Camden author Ali Farrell’s book, Pretty Rugged, True Stories from Women of the Sea, illustrates the stature women have within the Maine lobster fishery today with striking photographs and the words of lobstering women. Farrell interviewed 26 women who speak eloquently about the paths that led them to become captains of their own lobster boats and what they faced as they pursued their chosen career. The women range in age, including 100-year-old Virginia Oliver of Spruce Head, and come from eighteen different fishing ports.
Farrell’s father fished offshore and her mother produced and sold lobster tanks. She has always felt a connection to the men and women of the lobstering industry. “My father had all kinds of stories from fishing off of Newfoundland, and after talking shop with my female fishermen buddies, I decided they deserved to tell their stories to the world,” she said in a 2020 interview. “It is a very uncommon and unique lifestyle to learn about, especially for those who are from away.”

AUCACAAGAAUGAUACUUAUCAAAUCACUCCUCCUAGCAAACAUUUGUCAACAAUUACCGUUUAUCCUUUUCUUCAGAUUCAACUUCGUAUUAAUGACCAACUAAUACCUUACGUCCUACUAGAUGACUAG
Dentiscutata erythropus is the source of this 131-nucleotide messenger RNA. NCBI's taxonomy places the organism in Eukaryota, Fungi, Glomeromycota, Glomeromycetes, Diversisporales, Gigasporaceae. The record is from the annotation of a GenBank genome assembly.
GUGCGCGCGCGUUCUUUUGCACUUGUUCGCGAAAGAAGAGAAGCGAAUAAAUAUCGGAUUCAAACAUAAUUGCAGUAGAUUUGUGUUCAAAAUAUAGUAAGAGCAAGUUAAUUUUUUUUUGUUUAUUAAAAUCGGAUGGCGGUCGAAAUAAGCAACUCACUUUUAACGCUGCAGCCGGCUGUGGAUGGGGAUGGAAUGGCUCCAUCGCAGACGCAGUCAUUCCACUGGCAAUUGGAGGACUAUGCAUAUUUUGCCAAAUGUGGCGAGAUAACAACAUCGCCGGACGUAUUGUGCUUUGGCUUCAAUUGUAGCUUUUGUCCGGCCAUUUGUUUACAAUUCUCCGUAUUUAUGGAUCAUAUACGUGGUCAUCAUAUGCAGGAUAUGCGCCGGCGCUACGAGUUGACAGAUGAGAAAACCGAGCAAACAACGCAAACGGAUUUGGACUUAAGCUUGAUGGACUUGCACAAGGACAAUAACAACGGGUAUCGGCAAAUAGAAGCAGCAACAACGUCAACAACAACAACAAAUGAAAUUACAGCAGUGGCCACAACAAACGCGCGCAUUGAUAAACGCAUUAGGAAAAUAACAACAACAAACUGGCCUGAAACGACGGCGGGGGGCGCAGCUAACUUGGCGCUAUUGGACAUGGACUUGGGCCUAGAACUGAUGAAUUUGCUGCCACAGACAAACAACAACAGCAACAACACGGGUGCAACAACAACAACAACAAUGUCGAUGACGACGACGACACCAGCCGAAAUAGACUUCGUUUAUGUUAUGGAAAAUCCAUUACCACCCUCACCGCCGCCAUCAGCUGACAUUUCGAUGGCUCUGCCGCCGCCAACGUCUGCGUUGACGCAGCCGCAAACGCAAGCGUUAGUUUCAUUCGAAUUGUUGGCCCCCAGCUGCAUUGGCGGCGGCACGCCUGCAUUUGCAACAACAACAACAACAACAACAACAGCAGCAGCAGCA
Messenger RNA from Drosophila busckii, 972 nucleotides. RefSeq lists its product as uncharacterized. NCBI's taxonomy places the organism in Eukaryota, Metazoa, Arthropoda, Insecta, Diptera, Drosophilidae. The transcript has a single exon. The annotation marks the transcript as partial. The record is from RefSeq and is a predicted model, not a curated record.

The book highlights the family histories of the female lobstermen, many of whom first began fishing with their fathers or uncles. The details of their lives, the difficulties of balancing family and work, and the hard rules by which they and all other lobstermen live when at sea are recounted in the women’s own words.
Farrell recently completed a children’s book entitled A Lobster Girl Can, published earlier this year. Pretty Rugged is a coffee table-style book and is available at prettyruggedbooks.com and on Amazon.